Finchem Calls for Universal Drug Testing in Golf
Even with Tiger Woods among those in favor of drug testing to prove golf is clean, Finchem has defended the tour's lack of plan because he has found no evidence of performance-enhancing drugs or evidence of players using them.
He conceded, however, that drug testing in sports has become a reality.
'It's unfortunate that these realities are with us, but they are,' Finchem said Wednesday at the Travelers Championship. 'And we have to deal with them, and I think it's important that golf deal with them collectively.'
Woods said last summer that he didn't think anyone was using steroids, but it could be a problem in the future. Asked when he would like to see a drug-testing plan, Woods replied, 'Tomorrow would be fine with me.'
Finchem has moved a little slower.
The PGA TOUR policy board in November authorized the TOUR to develop a list of prohibited substances, along with creating an education program to inform players about how they might get into the body, the health risks, potential testing and possible penalties.
'We don't have a rule on performance-enhancing drugs; we never have had,' Finchem said. 'We're getting close on that. I suspect we'll be done with that certainly this year.'
Finchem said he is working with other golf organizations 'to see if we can't move forward together with respect to what a rule is, and then beyond that, in terms of the execution of the rule.'
He said that likely would mean a testing program 'so that we have a legitimacy to the rule.'
The LPGA Tour announced last year it would start drug testing in 2008. Commissioner Carolyn Bivens said the tour would develop its policy through the National Center for Drug Free Sport, which manages testing programs for the NCAA and other organizations.
The penalty for testing positive would be 25 tournaments for the first offense, 50 tournaments for the second offense and a lifetime ban for a third violation.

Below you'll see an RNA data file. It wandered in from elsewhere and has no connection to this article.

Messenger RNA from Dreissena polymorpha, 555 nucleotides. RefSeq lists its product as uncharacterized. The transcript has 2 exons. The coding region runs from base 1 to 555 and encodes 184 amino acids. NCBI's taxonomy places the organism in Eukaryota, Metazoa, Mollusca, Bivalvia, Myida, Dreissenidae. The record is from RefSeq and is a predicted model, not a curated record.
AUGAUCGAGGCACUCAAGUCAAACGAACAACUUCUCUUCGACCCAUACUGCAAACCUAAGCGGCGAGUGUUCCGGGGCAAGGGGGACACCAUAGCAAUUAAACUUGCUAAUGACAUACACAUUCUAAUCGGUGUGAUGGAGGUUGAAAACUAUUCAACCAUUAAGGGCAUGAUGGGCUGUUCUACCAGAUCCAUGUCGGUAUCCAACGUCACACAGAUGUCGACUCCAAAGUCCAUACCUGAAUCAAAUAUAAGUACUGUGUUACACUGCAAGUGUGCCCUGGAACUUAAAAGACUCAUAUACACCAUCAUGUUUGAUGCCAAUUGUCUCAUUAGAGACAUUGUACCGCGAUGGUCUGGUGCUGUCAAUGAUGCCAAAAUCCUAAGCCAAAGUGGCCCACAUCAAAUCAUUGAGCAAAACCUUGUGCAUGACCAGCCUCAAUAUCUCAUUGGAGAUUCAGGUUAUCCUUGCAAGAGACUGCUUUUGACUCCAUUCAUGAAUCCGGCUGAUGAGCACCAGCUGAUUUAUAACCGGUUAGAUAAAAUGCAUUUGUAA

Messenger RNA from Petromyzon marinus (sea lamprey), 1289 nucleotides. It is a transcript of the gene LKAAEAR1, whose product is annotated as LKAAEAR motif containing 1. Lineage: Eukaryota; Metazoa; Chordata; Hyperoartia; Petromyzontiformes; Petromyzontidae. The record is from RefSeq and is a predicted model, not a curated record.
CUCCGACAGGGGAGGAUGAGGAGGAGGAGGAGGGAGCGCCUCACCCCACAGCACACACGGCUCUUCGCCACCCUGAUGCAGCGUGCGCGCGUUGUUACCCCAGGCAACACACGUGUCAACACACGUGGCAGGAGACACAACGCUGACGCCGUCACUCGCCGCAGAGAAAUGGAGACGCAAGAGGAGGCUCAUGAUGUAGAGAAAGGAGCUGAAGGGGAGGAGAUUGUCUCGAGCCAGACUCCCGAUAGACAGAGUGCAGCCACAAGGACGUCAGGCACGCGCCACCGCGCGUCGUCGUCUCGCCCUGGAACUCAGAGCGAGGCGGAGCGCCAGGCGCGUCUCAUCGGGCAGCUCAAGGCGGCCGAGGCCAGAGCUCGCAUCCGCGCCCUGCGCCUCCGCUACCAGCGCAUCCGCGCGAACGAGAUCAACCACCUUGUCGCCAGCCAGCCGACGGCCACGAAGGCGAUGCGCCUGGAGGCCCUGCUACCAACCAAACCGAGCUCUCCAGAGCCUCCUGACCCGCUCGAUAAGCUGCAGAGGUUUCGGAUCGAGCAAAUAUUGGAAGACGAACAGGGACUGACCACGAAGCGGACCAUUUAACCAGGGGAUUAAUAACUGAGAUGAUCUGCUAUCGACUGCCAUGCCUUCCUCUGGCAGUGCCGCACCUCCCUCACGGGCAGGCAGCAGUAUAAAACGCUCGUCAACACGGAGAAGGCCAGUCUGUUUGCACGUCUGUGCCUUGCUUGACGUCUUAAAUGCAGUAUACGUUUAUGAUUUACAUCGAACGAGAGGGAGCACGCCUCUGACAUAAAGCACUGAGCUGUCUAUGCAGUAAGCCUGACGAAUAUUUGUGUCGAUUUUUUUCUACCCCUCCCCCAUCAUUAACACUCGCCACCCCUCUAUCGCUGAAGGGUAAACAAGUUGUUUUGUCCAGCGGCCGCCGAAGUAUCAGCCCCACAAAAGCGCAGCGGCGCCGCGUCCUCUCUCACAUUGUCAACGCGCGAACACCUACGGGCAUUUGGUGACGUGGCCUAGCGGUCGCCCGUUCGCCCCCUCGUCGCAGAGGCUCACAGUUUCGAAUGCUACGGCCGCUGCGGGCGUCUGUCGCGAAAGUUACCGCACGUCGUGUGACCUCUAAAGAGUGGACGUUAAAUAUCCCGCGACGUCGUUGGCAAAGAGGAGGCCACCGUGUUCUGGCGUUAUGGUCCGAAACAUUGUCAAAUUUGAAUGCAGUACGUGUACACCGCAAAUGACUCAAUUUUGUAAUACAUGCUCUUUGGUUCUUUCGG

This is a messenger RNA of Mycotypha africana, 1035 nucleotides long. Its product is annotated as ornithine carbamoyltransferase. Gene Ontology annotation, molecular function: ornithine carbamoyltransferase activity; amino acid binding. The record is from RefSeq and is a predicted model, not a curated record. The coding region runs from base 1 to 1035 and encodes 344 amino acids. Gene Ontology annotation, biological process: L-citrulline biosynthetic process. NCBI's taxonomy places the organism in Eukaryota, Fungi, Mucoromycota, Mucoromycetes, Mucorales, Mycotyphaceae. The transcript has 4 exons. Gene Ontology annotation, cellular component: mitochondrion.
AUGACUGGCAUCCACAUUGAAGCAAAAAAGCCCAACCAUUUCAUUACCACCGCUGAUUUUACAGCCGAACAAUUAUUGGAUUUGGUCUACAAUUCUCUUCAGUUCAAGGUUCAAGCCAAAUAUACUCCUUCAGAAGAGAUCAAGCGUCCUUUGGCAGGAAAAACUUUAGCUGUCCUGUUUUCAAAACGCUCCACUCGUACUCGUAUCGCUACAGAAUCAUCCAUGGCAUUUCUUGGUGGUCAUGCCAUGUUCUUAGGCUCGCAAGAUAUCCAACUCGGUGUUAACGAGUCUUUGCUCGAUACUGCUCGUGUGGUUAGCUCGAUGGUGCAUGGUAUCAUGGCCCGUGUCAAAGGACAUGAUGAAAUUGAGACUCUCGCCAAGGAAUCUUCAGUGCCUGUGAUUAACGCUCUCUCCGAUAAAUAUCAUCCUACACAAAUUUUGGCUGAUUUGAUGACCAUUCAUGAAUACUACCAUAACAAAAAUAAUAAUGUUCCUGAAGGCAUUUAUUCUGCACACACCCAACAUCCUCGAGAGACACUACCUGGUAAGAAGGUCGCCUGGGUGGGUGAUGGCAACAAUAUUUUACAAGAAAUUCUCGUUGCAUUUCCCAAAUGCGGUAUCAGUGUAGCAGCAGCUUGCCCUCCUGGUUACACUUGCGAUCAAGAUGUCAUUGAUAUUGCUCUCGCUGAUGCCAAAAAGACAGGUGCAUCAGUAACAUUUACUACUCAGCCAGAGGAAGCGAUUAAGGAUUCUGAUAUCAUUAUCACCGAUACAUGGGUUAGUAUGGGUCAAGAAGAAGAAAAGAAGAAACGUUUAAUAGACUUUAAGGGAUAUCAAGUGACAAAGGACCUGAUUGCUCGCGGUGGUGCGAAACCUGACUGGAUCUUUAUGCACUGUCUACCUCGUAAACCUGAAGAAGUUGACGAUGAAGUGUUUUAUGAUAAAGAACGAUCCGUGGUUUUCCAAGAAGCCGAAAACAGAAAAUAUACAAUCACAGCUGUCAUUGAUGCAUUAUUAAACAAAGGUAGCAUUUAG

European Tour chief executive George O'Grady said last month that his tour would have a drug policy in January, and he urged that the golf world unite on any such policy.
'I personally don't think we've got a drug problem in professional golf. I haven't met anybody yet who thinks we have,' O'Grady said. 'But we work with governments in so many different countries. They are insisting on a wider list.'
In amateur golf, the Royal & Ancient Golf Club and U.S. Golf Association -- which govern golf around the world -- did a sample test at the World Amateur Team Championship in South Africa late last year, and all 12 golfers came back clean.
Finchem recommended that all golf organizations develop a single standard on what to test for and how.
'In Europe, in particular, and in certain other areas of the world, the idea of testing in athletics is just a reality, because it's government required,' he said.
J.J. Henry, back in Connecticut defending his first tour win last year, said he doesn't think testing will have a big impact on the sport.
'A lot of people have talked about that integrity and honesty of golf is what makes it so special,' he said. 'I'd like to think there's none of that going on out here, to be honest with you.'
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Cabreras take 1-shot lead in Father/Son
ORLANDO, Fla. - Two-time major champion Angel Cabrera and Angel Cabrera Jr. birdied their last three holes for a 13-under 59 to take a one-shot lead Saturday in the PNC Father-Son Challenge.